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The Man Who Lived Twice - John Gielgud, Edward Sheldon and A Bird of Paradise

As the power of celebrity dictates, when a beautiful A-list actor is 
courted by once-great writers, there's usually only one thing on both 
their minds. In the case of The Man Who Lived Twice, Garry Robson's new 
play for the disabled and non-disabled performer based Birds of 
Paradise company, it's a bit more complicated than that. As it imagines 
a real-life meeting between the young John Gielgud and the reclusive 
Edward Sheldon, Robson's play raises questions about the fleeting 
allure, not just of fame, but of the famous, as well as notions of 
sexuality and physical beauty.

Two days after Christmas 1936 when the meeting took place, twenty-eight 
year-old Gielgud was the toast of Broadway following his debut playing 
the title role in a smash-hit production of Hamlet, playing opposite 
Lillian Gish's Ophelia. Gielgud was also a closet homosexual at a time 
when such behaviour was not only taboo, but illegal.

Sheldon, meanwhile, who had scored hits with works such as his 1913 
play, Romance, which ran in London for more than a thousand 
performances prior to being made into a film starring Greta Garbo, was 
seemingly in hiding. Aged fifty at the time of the meeting, when he had 
been much the same age as Gielgud, he'd contracted rheumatoid 
arthritis, which eventually claimed his sight as well as the use of his 

Retiring to his penthouse suite, Sheldon became a legendary figure 
somewhere between Howard Hughes and Andy Warhol, holding audiences with 
the era's beautiful people, who he would effectively mentor. Whatever 
went on at that fateful meeting in 1936, as Gielgud hinted at in two 
letters to his mother, the only known records of the liaison, his life, 
at least, was changed forever.

“I  was reading Gielgud's letters,” says Robson, “and he makes these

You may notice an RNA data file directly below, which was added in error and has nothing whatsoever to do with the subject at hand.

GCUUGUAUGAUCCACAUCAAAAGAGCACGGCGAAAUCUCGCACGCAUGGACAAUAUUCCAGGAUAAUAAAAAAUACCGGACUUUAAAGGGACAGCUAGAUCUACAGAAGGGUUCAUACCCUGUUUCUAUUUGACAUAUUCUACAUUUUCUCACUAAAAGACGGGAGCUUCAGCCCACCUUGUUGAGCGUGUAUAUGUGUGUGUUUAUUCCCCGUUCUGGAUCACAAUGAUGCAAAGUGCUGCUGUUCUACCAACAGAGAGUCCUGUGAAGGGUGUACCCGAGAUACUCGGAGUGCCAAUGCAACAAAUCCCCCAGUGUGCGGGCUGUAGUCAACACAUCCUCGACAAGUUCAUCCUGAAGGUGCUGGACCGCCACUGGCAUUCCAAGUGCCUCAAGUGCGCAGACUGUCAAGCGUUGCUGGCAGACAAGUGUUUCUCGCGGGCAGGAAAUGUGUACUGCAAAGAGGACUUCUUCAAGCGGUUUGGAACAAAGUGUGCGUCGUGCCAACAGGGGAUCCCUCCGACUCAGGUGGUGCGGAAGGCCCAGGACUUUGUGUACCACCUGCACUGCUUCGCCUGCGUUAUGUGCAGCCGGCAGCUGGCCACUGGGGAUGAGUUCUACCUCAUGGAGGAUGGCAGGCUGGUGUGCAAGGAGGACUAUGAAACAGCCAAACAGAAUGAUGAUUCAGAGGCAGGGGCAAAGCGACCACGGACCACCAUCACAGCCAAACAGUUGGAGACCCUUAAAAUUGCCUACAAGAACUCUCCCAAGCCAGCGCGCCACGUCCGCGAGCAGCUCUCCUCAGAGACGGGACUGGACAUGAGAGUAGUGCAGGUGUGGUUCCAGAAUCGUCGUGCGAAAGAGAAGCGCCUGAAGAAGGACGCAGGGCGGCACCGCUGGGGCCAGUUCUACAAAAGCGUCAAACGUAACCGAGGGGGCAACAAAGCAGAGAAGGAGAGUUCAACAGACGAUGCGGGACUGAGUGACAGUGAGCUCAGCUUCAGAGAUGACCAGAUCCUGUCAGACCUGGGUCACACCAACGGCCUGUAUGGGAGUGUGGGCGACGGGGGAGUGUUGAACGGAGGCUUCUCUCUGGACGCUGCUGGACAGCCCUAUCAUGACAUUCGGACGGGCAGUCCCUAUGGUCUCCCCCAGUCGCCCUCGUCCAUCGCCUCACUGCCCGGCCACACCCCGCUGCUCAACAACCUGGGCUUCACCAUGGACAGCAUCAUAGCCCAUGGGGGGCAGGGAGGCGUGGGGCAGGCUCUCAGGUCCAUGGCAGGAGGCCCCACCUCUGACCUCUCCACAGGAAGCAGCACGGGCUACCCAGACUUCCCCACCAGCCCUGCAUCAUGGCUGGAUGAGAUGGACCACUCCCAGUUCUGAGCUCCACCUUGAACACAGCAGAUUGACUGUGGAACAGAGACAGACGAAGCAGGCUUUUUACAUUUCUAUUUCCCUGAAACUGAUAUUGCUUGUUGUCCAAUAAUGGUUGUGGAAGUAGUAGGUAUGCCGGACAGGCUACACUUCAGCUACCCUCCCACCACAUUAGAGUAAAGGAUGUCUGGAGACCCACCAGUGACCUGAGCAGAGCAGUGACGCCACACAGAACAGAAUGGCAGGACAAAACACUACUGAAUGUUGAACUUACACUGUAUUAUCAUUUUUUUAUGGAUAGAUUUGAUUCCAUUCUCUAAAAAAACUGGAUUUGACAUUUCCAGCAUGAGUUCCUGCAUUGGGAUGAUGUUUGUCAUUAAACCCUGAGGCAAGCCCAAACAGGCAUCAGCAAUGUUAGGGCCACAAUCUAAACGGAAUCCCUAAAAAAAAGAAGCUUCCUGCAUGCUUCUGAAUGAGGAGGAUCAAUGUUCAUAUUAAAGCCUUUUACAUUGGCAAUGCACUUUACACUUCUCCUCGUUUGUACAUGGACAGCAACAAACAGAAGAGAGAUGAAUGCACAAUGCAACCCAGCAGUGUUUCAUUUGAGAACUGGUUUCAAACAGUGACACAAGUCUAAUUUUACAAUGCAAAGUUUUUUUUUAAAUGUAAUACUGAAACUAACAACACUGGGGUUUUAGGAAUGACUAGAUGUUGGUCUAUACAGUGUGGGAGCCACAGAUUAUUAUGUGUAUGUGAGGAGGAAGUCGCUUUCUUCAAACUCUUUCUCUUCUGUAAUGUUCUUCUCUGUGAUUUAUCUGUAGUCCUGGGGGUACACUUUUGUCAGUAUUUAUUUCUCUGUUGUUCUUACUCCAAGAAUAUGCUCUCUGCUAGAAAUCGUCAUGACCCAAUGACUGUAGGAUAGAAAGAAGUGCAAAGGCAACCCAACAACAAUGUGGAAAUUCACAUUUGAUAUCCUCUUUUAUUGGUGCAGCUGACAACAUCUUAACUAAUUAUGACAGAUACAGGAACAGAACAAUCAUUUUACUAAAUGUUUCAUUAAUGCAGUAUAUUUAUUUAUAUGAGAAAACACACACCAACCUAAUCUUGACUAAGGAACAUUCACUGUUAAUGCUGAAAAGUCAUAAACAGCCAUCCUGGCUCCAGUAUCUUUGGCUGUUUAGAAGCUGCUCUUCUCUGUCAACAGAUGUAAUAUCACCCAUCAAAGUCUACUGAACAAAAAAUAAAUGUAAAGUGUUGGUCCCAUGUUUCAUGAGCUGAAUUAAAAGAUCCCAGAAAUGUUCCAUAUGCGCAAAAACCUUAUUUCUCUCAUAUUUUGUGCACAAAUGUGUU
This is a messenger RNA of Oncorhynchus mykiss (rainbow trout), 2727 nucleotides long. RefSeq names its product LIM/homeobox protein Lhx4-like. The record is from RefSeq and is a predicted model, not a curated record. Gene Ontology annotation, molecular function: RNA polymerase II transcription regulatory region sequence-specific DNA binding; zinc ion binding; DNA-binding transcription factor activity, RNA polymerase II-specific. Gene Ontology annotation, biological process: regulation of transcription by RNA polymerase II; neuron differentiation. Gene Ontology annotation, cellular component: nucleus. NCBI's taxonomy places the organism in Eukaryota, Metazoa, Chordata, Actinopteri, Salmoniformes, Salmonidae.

two short references to this guy he'd spent a bit of time with in New 
York, who'd had this profound affect on him. I'd never heard of 
Sheldon, but I started looking into him, and it turned out that he was 
this playwright who was a kind of pre-cursor to Thornton Wilder in 
terms of bringing naturalism to the stage. The more I looked into it, 
it became clear that Sheldon was disabled in some way, and after all 
his limbs seized up, because he was quite a wealthy man, he set himself 
up in his penthouse in what almost became a portable theatre. It became 
quite a thing to be invited to see him, and he was a bit of a 
collector. If someone famous was in town, then they went to see 
Sheldon. He became this oracle, who never left his room, but stayed in 
touch with hundreds of people.”

One of these had been legendary actor John Barrymore, who Sheldon may 
have had an affair with. As a parting shot, Barrymore gifted Sheldon a 
pet macaw, who in Robson's play becomes an acerbic chorus on an an 
audience engineered by actress and muse of Bernard Shaw, Mrs Patrick 
Campbell. Whether Sheldon's intentions were honourable, however, isn't 
on record.

“It's clear he had issues with sexuality,” Robson says, “and in a way 
he was retreating from the body . He couldn't deal with his physical 
urges, and I think perhaps made himself a bit more disabled than he 
needed to be. This is a harsh version of Sheldon in the play. It's 
clear he was eminently useful to others, but somehow he missed out on 

The Man Who Lived Twice, then, is according to Robson “about two men 
who are hiding things, and whether or not they came out of hiding when 
they met. It's also a play about how other people relate to people who 
are disabled. It's not a play about disability, but Gielgud at that 
time clearly knew a thing or two about the body beautiful, yet here he 
was, fully in tune with a man who was far from physically perfect.”

Did, one wonders, with the gossipy prurience of a latter-day celebrity 
rag, anything happen between the two men?

“I would doubt it,” Robson says bluntly. “I'm sure they got close, but 
how close is anybody's guess. Sheldon had a profound affect on Gielgud 
that lasted all of his life, but whether their meeting had the same 
affect on Sheldon is a mystery.”

The Man Who Lived Twice, The Arches, March 7-10, then tours

The Herald, March 6th 2012



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